Skip to main content

Casa Loma is the perfect setting for palace intrigue, and that's exactly what's unfolded beneath its Norman and Scottish towers in the last two years.

Now the intrigue is moving from castle to council.

Toronto's elected officials will decide this week whether the Kiwanis Club, the charitable organization that has managed city-owned Casa Loma since 1937, deserves a third chance to drag the tourist trap into the 21st century or whether the city should begin severing a partnership that's been a royal pain for both sides.

Internal e-mails and other confidential documents obtained by The Globe and Mail show conflict has plagued a new City-Kiwanis management agreement practically since the deal took effect in the summer of 2008. The mayor now admits he was wrong to support the Kiwanians in 2006 and 2007, when a public review of Casa Loma's future recommended putting the 98-room castle's operations out to tender for the first time in seven decades.

"I rarely second-guess myself," David Miller said, "but on the Casa Loma matter, in the big scheme of what I have to deal with as mayor, it was not at the top of my priority list. I should have paid more attention to it and to the deficiencies that the public process identified."

The Kiwanians, meanwhile, feel deeply wronged after 73 years of service to the castle.

They accuse the city of blind-siding them by releasing two damning reports at executive committee last month - one laying out missed deadlines and cash-flow troubles, the details of which Kiwanis disputes, and another demanding Kiwanian Richard Wozenilek resign as chair of Casa Loma's board of trustees for allegedly funnelling $118,000 in castle legal work to himself.

"I have a right to protect my name and reputation," said Mr. Wozenilek, who insists he did nothing wrong. "They brought the battle forward and I'm not going to step aside just so the mayor can be appeased and feel he won the day."

If this seems like little more than inside-the-drawbridge politics, consider the consequences for Casa Loma.

The five-acre estate should be on the cusp of a renaissance. Toronto's Taylor Hazell Architects are nearly finished a $33-million restoration of the exterior of the castle and its stables, a remarkable undertaking funded largely by the city that began in 1997 and should be completed by 2012. (Historically, the city has been responsible for Casa Loma's exterior, Kiwanis for its interior.) But the feud has cast doubt on an equally ambitious overhaul that is supposed to be happening inside the castle - one that celebrates the Edwardian heritage of the mansion and the entrepreneurial spirit of its builder.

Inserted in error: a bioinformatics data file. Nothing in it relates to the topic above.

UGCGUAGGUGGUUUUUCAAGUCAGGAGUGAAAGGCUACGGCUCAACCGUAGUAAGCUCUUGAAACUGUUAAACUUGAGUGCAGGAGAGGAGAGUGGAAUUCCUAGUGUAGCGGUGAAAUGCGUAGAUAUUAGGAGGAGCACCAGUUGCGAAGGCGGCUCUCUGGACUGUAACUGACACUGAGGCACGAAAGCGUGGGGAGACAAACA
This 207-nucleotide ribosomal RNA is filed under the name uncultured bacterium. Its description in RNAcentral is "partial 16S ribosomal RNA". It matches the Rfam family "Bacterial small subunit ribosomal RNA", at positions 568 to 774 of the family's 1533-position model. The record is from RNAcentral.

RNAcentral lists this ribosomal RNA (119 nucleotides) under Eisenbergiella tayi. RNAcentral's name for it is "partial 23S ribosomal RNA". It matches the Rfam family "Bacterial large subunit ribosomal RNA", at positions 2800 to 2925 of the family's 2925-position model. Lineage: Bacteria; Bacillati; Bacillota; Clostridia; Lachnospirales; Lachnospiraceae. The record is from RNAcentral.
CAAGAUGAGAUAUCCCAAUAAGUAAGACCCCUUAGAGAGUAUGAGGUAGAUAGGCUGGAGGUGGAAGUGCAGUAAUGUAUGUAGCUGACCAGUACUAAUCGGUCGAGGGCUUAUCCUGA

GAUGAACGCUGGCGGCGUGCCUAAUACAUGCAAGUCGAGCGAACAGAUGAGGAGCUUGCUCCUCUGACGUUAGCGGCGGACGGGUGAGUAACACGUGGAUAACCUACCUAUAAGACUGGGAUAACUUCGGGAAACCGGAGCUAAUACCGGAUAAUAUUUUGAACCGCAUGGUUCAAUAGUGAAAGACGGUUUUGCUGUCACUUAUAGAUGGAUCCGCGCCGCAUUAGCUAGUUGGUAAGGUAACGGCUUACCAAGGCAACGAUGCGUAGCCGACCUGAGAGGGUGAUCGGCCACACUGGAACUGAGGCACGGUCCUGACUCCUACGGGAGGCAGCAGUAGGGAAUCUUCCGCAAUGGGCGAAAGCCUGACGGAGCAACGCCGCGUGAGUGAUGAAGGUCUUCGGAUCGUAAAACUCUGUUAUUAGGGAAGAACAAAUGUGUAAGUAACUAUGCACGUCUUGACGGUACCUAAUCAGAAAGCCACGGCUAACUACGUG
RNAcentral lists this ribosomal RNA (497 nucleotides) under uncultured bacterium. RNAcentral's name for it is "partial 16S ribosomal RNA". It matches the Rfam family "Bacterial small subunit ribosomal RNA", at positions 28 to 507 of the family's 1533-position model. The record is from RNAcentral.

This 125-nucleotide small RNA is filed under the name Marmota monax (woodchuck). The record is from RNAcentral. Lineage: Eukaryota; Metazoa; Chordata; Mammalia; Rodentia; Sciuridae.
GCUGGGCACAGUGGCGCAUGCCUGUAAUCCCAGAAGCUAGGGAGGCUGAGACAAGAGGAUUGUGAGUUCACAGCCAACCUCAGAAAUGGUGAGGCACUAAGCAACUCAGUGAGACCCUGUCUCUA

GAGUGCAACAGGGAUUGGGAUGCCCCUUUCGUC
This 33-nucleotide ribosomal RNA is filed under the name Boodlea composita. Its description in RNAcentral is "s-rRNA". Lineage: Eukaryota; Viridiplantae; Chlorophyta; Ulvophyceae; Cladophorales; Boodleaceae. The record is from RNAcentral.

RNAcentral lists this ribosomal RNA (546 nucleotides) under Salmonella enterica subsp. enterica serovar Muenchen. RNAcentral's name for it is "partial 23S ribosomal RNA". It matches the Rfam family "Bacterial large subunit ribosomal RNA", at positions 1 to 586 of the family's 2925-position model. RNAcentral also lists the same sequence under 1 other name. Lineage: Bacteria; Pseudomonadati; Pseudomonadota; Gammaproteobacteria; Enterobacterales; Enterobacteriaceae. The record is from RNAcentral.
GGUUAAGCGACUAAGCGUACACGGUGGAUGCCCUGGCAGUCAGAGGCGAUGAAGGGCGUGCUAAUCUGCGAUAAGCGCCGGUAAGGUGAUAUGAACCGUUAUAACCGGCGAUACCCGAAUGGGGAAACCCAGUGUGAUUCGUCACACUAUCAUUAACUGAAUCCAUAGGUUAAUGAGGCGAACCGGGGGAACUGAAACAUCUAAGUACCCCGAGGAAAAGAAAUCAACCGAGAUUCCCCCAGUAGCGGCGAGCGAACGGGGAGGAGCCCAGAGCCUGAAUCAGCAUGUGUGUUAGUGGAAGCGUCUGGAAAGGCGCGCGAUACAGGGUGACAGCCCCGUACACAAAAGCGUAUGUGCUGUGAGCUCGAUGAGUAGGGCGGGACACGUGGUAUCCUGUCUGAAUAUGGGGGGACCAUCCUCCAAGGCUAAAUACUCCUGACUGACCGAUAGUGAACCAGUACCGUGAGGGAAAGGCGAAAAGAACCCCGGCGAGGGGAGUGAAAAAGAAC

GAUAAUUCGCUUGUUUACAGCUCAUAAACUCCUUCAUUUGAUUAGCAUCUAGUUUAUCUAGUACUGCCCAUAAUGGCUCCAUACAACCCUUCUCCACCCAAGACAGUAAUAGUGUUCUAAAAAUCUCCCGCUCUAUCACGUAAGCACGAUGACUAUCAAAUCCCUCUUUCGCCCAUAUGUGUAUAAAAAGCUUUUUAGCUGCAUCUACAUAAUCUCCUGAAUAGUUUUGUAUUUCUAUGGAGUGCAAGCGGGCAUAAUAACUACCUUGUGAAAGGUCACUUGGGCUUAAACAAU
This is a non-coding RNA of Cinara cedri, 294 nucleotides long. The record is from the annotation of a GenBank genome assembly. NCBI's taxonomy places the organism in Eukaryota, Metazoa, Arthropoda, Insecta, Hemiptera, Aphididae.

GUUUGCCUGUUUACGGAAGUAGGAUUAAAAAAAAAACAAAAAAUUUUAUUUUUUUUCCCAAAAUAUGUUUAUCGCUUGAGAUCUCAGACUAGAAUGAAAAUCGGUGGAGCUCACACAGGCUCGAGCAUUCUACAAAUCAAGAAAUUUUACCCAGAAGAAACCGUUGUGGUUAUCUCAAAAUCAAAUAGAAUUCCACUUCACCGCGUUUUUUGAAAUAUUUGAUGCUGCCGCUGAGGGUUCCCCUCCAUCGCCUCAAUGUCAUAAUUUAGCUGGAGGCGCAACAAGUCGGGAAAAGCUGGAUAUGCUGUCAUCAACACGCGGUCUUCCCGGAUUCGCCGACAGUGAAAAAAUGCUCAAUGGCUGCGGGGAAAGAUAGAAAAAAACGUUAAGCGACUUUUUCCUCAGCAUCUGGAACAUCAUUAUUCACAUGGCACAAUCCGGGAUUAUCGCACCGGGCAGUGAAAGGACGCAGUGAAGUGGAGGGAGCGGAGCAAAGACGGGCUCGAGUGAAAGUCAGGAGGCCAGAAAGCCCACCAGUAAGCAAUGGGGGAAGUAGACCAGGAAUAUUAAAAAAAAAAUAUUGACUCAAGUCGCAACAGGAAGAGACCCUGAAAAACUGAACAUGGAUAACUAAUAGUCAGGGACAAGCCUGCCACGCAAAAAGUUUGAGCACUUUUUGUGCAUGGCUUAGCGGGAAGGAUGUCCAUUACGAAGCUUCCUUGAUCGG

Sir Henry Pellatt, the brilliant tycoon who brought electricity to Toronto from Niagara Falls, hired E.J. Lennox, the architect who designed Old City Hall, to build him the grandest pile in Toronto.

Constructed by more than 300 men for $3.5-million between 1911 and 1914, Casa Loma was, on the outside, largely an homage to old world architecture.

But on the inside, Casa Loma was a 170,000-square-foot new-world showpiece. It boasted electric lighting, central vacuum, 40 telephones, heating and cooling systems and an elevator.

"Toronto was the place to be and Pellatt knew it," said Charles Hazell, the architect overseeing the restoration. "He was remarkable because he loved the city. That's the deeper story, not the cliché."

A cliché, unfortunately, is what Casa Loma devolved into after Sir Pellatt's fortune collapsed.

In 1924, the city seized the castle for unpaid taxes. It sat vacant for a dozen years before the Kiwanians offered to run it as a charitable venture, giving the profits to causes they supported. The service club marketed Casa Loma as a medieval castle; as the years passed it became a cheesy draw for American tour groups, brides and movie producers. (The castle makes cameos in X-Men, Chicago and Cocktail, among others.)

The city contributed to Casa Loma's deterioration by slapping paint on the building's Roman stone, a no-no that trapped water in the man-made brick. The liquid froze and cracked the stone, creating hazards like a chimney so badly damaged Mr. Hazell could rock it back and forth with his bare hands.

"There were school kids below on a picnic bench," he recalled. "It was a disturbing and galvanizing impression of what was wrong. You looked around the building and it was just full of those conditions."

The city decided that if it had to sink a fortune into Casa Loma's exterior, it ought to look at the inside, too.

In 2004, it struck the citizen-led Casa Loma Advisory Committee, which concluded two years later that Kiwanis should be thanked for its 70 years of service and invited to bid against competitors when its lease expired at the end of 2006.

The Kiwanians fought back. They hired councillor-turned-lobbyist Paul Sutherland and rallied club members to speak at committee meetings. Kiwanis convinced council to postpone the matter until after the 2006 election, after which the club drafted a new strategic vision for Casa Loma that won the support of city staff, most of council and Mr. Miller.